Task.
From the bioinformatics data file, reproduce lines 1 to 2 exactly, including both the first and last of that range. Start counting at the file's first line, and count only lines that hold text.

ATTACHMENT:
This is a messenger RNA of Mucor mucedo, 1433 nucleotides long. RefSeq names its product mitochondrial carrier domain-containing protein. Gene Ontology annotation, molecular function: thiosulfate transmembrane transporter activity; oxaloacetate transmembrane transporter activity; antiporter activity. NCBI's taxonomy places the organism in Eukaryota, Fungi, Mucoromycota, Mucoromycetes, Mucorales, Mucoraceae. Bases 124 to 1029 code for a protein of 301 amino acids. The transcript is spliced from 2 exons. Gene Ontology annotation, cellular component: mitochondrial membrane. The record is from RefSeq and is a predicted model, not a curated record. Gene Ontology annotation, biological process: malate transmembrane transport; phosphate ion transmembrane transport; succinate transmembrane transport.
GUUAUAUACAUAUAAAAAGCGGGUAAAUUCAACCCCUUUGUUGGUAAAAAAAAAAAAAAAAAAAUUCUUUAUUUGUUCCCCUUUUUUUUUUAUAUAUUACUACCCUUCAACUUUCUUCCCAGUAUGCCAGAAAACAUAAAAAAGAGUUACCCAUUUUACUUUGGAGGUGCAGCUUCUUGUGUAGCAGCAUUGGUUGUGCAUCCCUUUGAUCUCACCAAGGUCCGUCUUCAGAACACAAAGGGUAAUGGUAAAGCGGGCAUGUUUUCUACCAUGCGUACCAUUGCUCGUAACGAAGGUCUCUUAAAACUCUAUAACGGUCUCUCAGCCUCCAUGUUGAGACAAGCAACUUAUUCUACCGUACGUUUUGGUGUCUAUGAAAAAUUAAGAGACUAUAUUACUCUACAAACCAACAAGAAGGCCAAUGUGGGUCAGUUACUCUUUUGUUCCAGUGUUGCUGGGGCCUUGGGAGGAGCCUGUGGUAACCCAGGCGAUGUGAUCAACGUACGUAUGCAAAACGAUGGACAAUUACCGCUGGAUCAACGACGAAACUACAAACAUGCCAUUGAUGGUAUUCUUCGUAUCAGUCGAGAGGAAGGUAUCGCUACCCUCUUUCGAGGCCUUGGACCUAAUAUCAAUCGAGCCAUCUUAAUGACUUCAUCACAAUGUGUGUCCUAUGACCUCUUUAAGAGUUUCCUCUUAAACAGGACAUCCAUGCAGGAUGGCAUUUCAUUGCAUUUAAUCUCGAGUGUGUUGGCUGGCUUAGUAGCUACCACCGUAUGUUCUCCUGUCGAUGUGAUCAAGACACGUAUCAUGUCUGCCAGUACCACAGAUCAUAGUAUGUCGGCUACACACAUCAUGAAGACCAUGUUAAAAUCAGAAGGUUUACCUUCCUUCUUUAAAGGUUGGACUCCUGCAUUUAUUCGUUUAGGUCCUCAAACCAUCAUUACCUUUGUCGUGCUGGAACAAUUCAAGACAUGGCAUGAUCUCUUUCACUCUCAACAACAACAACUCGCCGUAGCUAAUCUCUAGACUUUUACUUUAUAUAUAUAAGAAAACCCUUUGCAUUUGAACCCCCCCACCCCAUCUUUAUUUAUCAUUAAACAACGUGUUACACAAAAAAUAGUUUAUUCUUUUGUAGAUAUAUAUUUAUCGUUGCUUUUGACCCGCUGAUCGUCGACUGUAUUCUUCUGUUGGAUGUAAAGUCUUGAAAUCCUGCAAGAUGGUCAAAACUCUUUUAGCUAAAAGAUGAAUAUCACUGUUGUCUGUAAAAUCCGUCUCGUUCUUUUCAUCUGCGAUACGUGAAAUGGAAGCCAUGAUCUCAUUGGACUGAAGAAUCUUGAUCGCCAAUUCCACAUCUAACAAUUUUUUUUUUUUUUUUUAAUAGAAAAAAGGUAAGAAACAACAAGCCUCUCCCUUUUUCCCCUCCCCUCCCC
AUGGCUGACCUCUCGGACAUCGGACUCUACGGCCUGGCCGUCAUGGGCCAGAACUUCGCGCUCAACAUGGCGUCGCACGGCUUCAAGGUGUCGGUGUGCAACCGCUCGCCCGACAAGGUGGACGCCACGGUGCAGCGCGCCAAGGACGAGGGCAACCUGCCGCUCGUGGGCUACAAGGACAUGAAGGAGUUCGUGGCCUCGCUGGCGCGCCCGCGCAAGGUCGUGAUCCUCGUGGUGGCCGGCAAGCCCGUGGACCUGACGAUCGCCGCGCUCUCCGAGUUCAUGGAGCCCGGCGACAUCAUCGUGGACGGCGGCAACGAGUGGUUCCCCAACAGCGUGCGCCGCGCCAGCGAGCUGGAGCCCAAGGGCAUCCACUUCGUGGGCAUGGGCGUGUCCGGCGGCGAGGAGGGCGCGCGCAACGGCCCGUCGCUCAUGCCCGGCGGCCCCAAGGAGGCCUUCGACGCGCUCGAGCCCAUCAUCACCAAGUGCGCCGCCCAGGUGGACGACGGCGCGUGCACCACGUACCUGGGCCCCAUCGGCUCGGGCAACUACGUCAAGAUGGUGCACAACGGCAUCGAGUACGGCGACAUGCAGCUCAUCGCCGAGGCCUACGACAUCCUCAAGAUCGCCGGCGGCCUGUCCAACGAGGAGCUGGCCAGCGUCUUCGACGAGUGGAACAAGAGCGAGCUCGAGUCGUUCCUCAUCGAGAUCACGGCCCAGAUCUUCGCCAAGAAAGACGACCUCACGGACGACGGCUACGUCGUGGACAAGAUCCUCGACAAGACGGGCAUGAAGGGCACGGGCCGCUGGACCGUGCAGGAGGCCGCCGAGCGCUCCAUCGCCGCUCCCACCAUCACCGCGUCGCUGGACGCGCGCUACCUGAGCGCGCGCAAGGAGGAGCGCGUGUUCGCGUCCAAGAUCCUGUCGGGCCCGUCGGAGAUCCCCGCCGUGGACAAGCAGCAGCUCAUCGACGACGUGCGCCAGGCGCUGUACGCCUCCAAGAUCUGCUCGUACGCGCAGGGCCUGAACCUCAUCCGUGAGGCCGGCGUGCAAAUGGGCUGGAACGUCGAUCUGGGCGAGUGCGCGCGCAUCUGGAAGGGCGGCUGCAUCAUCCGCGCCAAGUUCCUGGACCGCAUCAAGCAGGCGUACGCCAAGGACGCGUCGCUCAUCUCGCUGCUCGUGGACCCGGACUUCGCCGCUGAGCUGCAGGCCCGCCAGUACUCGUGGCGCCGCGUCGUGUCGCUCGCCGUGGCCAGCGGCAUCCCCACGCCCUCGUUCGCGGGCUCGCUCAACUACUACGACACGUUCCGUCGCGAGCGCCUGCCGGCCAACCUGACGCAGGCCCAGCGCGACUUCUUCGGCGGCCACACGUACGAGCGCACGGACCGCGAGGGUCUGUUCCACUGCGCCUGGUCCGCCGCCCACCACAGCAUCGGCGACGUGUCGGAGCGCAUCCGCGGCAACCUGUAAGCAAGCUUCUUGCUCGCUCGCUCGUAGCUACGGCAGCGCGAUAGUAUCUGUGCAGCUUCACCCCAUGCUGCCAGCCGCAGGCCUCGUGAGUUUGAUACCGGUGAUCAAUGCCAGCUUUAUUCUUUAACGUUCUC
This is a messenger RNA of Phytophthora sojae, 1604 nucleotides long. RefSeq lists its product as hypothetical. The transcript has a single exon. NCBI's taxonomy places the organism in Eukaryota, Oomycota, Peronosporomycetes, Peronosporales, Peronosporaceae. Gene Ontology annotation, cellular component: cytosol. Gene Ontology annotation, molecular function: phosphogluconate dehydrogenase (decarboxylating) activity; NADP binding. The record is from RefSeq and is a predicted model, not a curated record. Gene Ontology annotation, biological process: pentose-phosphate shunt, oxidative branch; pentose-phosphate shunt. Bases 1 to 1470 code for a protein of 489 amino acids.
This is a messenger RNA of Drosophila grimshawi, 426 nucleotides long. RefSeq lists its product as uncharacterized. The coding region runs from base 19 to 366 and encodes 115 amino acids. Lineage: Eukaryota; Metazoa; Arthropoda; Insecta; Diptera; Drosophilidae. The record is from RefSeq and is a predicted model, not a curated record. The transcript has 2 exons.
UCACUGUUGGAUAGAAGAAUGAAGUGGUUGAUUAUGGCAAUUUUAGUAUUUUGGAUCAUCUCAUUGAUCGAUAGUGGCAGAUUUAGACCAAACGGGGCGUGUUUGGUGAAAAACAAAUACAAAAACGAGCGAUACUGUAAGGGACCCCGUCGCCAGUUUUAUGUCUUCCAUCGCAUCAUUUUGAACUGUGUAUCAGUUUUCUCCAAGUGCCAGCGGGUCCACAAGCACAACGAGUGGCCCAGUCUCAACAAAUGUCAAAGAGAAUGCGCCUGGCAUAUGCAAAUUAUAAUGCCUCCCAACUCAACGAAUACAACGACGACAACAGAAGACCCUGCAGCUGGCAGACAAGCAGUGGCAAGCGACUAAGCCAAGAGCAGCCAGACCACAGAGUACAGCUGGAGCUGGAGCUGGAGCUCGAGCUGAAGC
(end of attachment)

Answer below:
This is a messenger RNA of Mucor mucedo, 1433 nucleotides long. RefSeq names its product mitochondrial carrier domain-containing protein. Gene Ontology annotation, molecular function: thiosulfate transmembrane transporter activity; oxaloacetate transmembrane transporter activity; antiporter activity. NCBI's taxonomy places the organism in Eukaryota, Fungi, Mucoromycota, Mucoromycetes, Mucorales, Mucoraceae. Bases 124 to 1029 code for a protein of 301 amino acids. The transcript is spliced from 2 exons. Gene Ontology annotation, cellular component: mitochondrial membrane. The record is from RefSeq and is a predicted model, not a curated record. Gene Ontology annotation, biological process: malate transmembrane transport; phosphate ion transmembrane transport; succinate transmembrane transport.
GUUAUAUACAUAUAAAAAGCGGGUAAAUUCAACCCCUUUGUUGGUAAAAAAAAAAAAAAAAAAAUUCUUUAUUUGUUCCCCUUUUUUUUUUAUAUAUUACUACCCUUCAACUUUCUUCCCAGUAUGCCAGAAAACAUAAAAAAGAGUUACCCAUUUUACUUUGGAGGUGCAGCUUCUUGUGUAGCAGCAUUGGUUGUGCAUCCCUUUGAUCUCACCAAGGUCCGUCUUCAGAACACAAAGGGUAAUGGUAAAGCGGGCAUGUUUUCUACCAUGCGUACCAUUGCUCGUAACGAAGGUCUCUUAAAACUCUAUAACGGUCUCUCAGCCUCCAUGUUGAGACAAGCAACUUAUUCUACCGUACGUUUUGGUGUCUAUGAAAAAUUAAGAGACUAUAUUACUCUACAAACCAACAAGAAGGCCAAUGUGGGUCAGUUACUCUUUUGUUCCAGUGUUGCUGGGGCCUUGGGAGGAGCCUGUGGUAACCCAGGCGAUGUGAUCAACGUACGUAUGCAAAACGAUGGACAAUUACCGCUGGAUCAACGACGAAACUACAAACAUGCCAUUGAUGGUAUUCUUCGUAUCAGUCGAGAGGAAGGUAUCGCUACCCUCUUUCGAGGCCUUGGACCUAAUAUCAAUCGAGCCAUCUUAAUGACUUCAUCACAAUGUGUGUCCUAUGACCUCUUUAAGAGUUUCCUCUUAAACAGGACAUCCAUGCAGGAUGGCAUUUCAUUGCAUUUAAUCUCGAGUGUGUUGGCUGGCUUAGUAGCUACCACCGUAUGUUCUCCUGUCGAUGUGAUCAAGACACGUAUCAUGUCUGCCAGUACCACAGAUCAUAGUAUGUCGGCUACACACAUCAUGAAGACCAUGUUAAAAUCAGAAGGUUUACCUUCCUUCUUUAAAGGUUGGACUCCUGCAUUUAUUCGUUUAGGUCCUCAAACCAUCAUUACCUUUGUCGUGCUGGAACAAUUCAAGACAUGGCAUGAUCUCUUUCACUCUCAACAACAACAACUCGCCGUAGCUAAUCUCUAGACUUUUACUUUAUAUAUAUAAGAAAACCCUUUGCAUUUGAACCCCCCCACCCCAUCUUUAUUUAUCAUUAAACAACGUGUUACACAAAAAAUAGUUUAUUCUUUUGUAGAUAUAUAUUUAUCGUUGCUUUUGACCCGCUGAUCGUCGACUGUAUUCUUCUGUUGGAUGUAAAGUCUUGAAAUCCUGCAAGAUGGUCAAAACUCUUUUAGCUAAAAGAUGAAUAUCACUGUUGUCUGUAAAAUCCGUCUCGUUCUUUUCAUCUGCGAUACGUGAAAUGGAAGCCAUGAUCUCAUUGGACUGAAGAAUCUUGAUCGCCAAUUCCACAUCUAACAAUUUUUUUUUUUUUUUUUAAUAGAAAAAAGGUAAGAAACAACAAGCCUCUCCCUUUUUCCCCUCCCCUCCCC